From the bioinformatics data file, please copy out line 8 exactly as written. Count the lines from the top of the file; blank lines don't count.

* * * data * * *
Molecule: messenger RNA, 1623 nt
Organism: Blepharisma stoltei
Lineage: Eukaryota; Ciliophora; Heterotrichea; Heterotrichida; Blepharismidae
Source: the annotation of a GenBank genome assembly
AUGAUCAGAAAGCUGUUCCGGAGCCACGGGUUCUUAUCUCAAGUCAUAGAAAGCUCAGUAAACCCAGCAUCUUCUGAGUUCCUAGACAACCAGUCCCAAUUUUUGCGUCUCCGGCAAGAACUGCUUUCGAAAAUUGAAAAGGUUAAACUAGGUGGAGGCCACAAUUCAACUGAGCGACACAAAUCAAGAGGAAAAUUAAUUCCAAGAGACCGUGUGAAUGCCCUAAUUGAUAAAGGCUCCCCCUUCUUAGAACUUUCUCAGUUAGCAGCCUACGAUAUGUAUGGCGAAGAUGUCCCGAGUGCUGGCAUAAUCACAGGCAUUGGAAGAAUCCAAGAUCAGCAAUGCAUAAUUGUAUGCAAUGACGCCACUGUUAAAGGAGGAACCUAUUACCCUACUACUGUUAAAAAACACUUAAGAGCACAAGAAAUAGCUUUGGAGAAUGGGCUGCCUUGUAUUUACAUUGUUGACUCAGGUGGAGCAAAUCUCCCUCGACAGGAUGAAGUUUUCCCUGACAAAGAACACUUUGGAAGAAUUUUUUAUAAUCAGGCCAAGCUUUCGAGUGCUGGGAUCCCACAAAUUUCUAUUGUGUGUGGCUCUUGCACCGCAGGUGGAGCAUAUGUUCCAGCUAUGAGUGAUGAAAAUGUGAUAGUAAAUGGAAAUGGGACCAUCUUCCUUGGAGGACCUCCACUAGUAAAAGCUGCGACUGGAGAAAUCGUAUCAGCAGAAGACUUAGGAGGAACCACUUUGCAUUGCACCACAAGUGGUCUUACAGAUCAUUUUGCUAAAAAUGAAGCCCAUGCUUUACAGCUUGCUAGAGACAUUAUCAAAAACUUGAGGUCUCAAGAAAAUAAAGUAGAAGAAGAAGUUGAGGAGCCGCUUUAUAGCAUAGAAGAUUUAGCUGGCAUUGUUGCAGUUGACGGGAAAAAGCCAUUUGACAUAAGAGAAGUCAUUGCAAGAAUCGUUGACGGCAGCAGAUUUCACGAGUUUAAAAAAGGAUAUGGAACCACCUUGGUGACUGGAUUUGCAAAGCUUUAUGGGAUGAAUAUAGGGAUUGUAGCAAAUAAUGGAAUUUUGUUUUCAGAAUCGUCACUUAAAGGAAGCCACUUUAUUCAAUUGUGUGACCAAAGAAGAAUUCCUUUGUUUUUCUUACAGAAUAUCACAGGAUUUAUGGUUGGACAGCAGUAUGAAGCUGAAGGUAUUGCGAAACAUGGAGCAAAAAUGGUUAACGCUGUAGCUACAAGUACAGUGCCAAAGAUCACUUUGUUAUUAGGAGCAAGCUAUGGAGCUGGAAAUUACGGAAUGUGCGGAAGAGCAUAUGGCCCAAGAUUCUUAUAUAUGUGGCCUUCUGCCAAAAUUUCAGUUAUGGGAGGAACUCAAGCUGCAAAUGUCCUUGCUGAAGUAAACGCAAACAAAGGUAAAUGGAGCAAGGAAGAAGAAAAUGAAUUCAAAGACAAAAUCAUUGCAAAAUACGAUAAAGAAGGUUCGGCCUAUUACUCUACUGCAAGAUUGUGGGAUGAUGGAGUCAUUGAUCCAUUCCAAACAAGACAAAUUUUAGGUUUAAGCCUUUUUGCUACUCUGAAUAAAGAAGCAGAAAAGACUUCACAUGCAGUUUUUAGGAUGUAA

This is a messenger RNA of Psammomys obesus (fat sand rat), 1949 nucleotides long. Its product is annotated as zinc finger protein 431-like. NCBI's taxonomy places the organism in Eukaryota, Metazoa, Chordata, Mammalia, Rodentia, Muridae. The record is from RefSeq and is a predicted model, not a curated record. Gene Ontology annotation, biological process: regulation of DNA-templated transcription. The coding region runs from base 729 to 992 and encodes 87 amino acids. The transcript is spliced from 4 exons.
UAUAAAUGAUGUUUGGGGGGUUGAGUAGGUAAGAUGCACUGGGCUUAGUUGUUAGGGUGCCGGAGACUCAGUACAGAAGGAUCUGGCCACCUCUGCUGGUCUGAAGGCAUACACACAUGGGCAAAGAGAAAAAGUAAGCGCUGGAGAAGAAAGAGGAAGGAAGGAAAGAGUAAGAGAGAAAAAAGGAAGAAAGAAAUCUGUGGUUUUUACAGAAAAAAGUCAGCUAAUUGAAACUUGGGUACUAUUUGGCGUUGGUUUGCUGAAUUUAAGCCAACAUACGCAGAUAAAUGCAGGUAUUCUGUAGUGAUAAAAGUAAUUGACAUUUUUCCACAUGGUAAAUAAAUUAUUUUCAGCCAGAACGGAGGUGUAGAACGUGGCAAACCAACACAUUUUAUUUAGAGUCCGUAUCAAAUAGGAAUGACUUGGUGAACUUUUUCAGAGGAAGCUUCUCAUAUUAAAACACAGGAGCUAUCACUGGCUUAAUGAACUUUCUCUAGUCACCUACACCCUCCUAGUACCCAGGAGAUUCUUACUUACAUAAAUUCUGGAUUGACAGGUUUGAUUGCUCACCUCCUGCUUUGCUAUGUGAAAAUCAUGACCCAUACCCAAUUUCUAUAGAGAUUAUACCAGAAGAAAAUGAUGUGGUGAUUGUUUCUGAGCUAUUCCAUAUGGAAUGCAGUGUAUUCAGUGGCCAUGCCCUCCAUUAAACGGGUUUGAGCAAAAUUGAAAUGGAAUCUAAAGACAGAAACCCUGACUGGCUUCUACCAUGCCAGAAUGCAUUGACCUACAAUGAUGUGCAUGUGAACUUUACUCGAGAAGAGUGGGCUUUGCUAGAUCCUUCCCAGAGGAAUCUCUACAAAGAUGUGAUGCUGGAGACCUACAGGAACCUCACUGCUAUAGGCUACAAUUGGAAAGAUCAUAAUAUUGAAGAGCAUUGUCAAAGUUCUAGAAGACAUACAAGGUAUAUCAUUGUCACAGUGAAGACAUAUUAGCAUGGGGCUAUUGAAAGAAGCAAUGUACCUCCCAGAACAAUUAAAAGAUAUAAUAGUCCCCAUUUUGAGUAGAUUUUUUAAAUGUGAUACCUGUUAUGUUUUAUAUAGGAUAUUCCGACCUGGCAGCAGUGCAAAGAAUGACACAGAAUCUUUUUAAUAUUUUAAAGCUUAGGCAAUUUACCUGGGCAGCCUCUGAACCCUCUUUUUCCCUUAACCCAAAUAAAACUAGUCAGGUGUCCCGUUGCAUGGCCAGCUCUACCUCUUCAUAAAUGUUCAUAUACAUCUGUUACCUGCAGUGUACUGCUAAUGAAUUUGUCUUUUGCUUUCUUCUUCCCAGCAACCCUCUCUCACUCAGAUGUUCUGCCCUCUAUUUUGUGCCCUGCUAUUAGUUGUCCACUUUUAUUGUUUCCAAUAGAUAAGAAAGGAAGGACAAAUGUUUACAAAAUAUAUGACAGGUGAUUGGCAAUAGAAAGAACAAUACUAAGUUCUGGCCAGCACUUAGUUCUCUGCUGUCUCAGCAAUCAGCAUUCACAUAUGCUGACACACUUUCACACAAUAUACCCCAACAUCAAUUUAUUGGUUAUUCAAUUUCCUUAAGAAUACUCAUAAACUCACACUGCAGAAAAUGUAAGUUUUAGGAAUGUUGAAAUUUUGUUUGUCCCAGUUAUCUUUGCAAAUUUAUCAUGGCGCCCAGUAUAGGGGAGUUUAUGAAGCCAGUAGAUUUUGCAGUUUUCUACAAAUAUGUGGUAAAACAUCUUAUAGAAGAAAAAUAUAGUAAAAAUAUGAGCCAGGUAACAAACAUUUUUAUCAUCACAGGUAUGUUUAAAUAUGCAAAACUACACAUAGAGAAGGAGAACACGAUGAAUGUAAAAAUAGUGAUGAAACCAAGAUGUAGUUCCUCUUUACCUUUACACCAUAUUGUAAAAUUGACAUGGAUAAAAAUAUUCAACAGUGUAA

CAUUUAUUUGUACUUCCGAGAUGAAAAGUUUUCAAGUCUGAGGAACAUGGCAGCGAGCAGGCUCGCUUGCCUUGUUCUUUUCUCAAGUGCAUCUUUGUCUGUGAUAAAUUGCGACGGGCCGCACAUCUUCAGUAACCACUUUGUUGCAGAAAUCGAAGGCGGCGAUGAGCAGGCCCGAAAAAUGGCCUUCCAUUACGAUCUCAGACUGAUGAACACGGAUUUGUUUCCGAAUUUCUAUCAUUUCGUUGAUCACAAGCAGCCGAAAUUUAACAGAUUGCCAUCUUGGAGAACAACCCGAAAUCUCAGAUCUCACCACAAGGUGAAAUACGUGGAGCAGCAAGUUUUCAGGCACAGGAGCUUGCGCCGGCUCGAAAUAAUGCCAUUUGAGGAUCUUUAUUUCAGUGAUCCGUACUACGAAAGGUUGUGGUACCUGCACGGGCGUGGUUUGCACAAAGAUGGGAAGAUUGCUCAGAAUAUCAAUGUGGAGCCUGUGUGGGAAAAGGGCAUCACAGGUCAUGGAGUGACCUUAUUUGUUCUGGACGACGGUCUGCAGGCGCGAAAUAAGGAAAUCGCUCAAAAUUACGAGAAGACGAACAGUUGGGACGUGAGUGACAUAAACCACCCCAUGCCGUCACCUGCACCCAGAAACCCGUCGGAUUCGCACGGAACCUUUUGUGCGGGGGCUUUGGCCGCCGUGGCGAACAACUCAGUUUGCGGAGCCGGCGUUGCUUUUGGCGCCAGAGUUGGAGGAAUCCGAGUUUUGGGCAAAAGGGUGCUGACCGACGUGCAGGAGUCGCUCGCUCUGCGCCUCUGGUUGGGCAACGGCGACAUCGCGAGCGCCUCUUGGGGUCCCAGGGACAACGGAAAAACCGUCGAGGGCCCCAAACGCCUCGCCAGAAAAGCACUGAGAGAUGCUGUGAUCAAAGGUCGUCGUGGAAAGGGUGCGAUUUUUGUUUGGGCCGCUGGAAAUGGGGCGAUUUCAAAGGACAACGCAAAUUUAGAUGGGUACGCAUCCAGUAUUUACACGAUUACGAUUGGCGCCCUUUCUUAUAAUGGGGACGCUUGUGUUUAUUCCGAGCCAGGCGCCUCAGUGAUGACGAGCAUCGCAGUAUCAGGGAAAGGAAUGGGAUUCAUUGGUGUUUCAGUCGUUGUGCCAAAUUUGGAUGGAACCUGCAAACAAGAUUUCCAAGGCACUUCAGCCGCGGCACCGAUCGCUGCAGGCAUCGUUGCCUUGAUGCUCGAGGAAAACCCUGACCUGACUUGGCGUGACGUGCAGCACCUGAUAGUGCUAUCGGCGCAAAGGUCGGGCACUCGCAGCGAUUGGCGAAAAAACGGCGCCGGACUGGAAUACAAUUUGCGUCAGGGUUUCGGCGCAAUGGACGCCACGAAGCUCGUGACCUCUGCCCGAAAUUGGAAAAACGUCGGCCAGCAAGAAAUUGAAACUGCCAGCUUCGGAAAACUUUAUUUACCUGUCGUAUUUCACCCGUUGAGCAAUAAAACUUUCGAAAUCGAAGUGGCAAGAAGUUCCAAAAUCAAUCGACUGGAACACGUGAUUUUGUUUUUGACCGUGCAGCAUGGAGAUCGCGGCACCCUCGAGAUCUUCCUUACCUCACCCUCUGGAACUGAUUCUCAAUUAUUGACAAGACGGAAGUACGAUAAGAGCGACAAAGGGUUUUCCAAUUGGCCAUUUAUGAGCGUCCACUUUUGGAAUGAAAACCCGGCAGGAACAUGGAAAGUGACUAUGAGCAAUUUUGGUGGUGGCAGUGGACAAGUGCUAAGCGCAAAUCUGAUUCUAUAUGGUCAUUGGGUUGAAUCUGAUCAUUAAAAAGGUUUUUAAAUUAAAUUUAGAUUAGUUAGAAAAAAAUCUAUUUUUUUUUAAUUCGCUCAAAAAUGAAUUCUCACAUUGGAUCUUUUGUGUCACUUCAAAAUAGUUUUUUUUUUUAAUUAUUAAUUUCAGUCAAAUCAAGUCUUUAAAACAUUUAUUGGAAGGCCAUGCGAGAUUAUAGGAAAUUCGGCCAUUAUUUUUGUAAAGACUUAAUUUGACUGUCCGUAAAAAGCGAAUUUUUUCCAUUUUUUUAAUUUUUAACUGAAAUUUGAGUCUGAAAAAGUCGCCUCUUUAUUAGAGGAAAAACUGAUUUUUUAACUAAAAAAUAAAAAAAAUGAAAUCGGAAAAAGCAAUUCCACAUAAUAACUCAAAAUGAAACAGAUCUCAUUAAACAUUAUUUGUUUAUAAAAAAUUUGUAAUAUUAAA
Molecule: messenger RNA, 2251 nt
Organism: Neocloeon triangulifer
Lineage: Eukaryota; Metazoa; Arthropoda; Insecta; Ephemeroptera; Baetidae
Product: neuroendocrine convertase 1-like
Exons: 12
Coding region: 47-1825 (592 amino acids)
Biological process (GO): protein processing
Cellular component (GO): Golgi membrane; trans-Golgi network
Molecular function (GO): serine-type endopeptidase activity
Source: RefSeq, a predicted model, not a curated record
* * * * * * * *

CAUUUAUUUGUACUUCCGAGAUGAAAAGUUUUCAAGUCUGAGGAACAUGGCAGCGAGCAGGCUCGCUUGCCUUGUUCUUUUCUCAAGUGCAUCUUUGUCUGUGAUAAAUUGCGACGGGCCGCACAUCUUCAGUAACCACUUUGUUGCAGAAAUCGAAGGCGGCGAUGAGCAGGCCCGAAAAAUGGCCUUCCAUUACGAUCUCAGACUGAUGAACACGGAUUUGUUUCCGAAUUUCUAUCAUUUCGUUGAUCACAAGCAGCCGAAAUUUAACAGAUUGCCAUCUUGGAGAACAACCCGAAAUCUCAGAUCUCACCACAAGGUGAAAUACGUGGAGCAGCAAGUUUUCAGGCACAGGAGCUUGCGCCGGCUCGAAAUAAUGCCAUUUGAGGAUCUUUAUUUCAGUGAUCCGUACUACGAAAGGUUGUGGUACCUGCACGGGCGUGGUUUGCACAAAGAUGGGAAGAUUGCUCAGAAUAUCAAUGUGGAGCCUGUGUGGGAAAAGGGCAUCACAGGUCAUGGAGUGACCUUAUUUGUUCUGGACGACGGUCUGCAGGCGCGAAAUAAGGAAAUCGCUCAAAAUUACGAGAAGACGAACAGUUGGGACGUGAGUGACAUAAACCACCCCAUGCCGUCACCUGCACCCAGAAACCCGUCGGAUUCGCACGGAACCUUUUGUGCGGGGGCUUUGGCCGCCGUGGCGAACAACUCAGUUUGCGGAGCCGGCGUUGCUUUUGGCGCCAGAGUUGGAGGAAUCCGAGUUUUGGGCAAAAGGGUGCUGACCGACGUGCAGGAGUCGCUCGCUCUGCGCCUCUGGUUGGGCAACGGCGACAUCGCGAGCGCCUCUUGGGGUCCCAGGGACAACGGAAAAACCGUCGAGGGCCCCAAACGCCUCGCCAGAAAAGCACUGAGAGAUGCUGUGAUCAAAGGUCGUCGUGGAAAGGGUGCGAUUUUUGUUUGGGCCGCUGGAAAUGGGGCGAUUUCAAAGGACAACGCAAAUUUAGAUGGGUACGCAUCCAGUAUUUACACGAUUACGAUUGGCGCCCUUUCUUAUAAUGGGGACGCUUGUGUUUAUUCCGAGCCAGGCGCCUCAGUGAUGACGAGCAUCGCAGUAUCAGGGAAAGGAAUGGGAUUCAUUGGUGUUUCAGUCGUUGUGCCAAAUUUGGAUGGAACCUGCAAACAAGAUUUCCAAGGCACUUCAGCCGCGGCACCGAUCGCUGCAGGCAUCGUUGCCUUGAUGCUCGAGGAAAACCCUGACCUGACUUGGCGUGACGUGCAGCACCUGAUAGUGCUAUCGGCGCAAAGGUCGGGCACUCGCAGCGAUUGGCGAAAAAACGGCGCCGGACUGGAAUACAAUUUGCGUCAGGGUUUCGGCGCAAUGGACGCCACGAAGCUCGUGACCUCUGCCCGAAAUUGGAAAAACGUCGGCCAGCAAGAAAUUGAAACUGCCAGCUUCGGAAAACUUUAUUUACCUGUCGUAUUUCACCCGUUGAGCAAUAAAACUUUCGAAAUCGAAGUGGCAAGAAGUUCCAAAAUCAAUCGACUGGAACACGUGAUUUUGUUUUUGACCGUGCAGCAUGGAGAUCGCGGCACCCUCGAGAUCUUCCUUACCUCACCCUCUGGAACUGAUUCUCAAUUAUUGACAAGACGGAAGUACGAUAAGAGCGACAAAGGGUUUUCCAAUUGGCCAUUUAUGAGCGUCCACUUUUGGAAUGAAAACCCGGCAGGAACAUGGAAAGUGACUAUGAGCAAUUUUGGUGGUGGCAGUGGACAAGUGCUAAGCGCAAAUCUGAUUCUAUAUGGUCAUUGGGUUGAAUCUGAUCAUUAAAAAGGUUUUUAAAUUAAAUUUAGAUUAGUUAGAAAAAAAUCUAUUUUUUUUUAAUUCGCUCAAAAAUGAAUUCUCACAUUGGAUCUUUUGUGUCACUUCAAAAUAGUUUUUUUUUUUAAUUAUUAAUUUCAGUCAAAUCAAGUCUUUAAAACAUUUAUUGGAAGGCCAUGCGAGAUUAUAGGAAAUUCGGCCAUUAUUUUUGUAAAGACUUAAUUUGACUGUCCGUAAAAAGCGAAUUUUUUCCAUUUUUUUAAUUUUUAACUGAAAUUUGAGUCUGAAAAAGUCGCCUCUUUAUUAGAGGAAAAACUGAUUUUUUAACUAAAAAAUAAAAAAAAUGAAAUCGGAAAAAGCAAUUCCACAUAAUAACUCAAAAUGAAACAGAUCUCAUUAAACAUUAUUUGUUUAUAAAAAAUUUGUAAUAUUAAA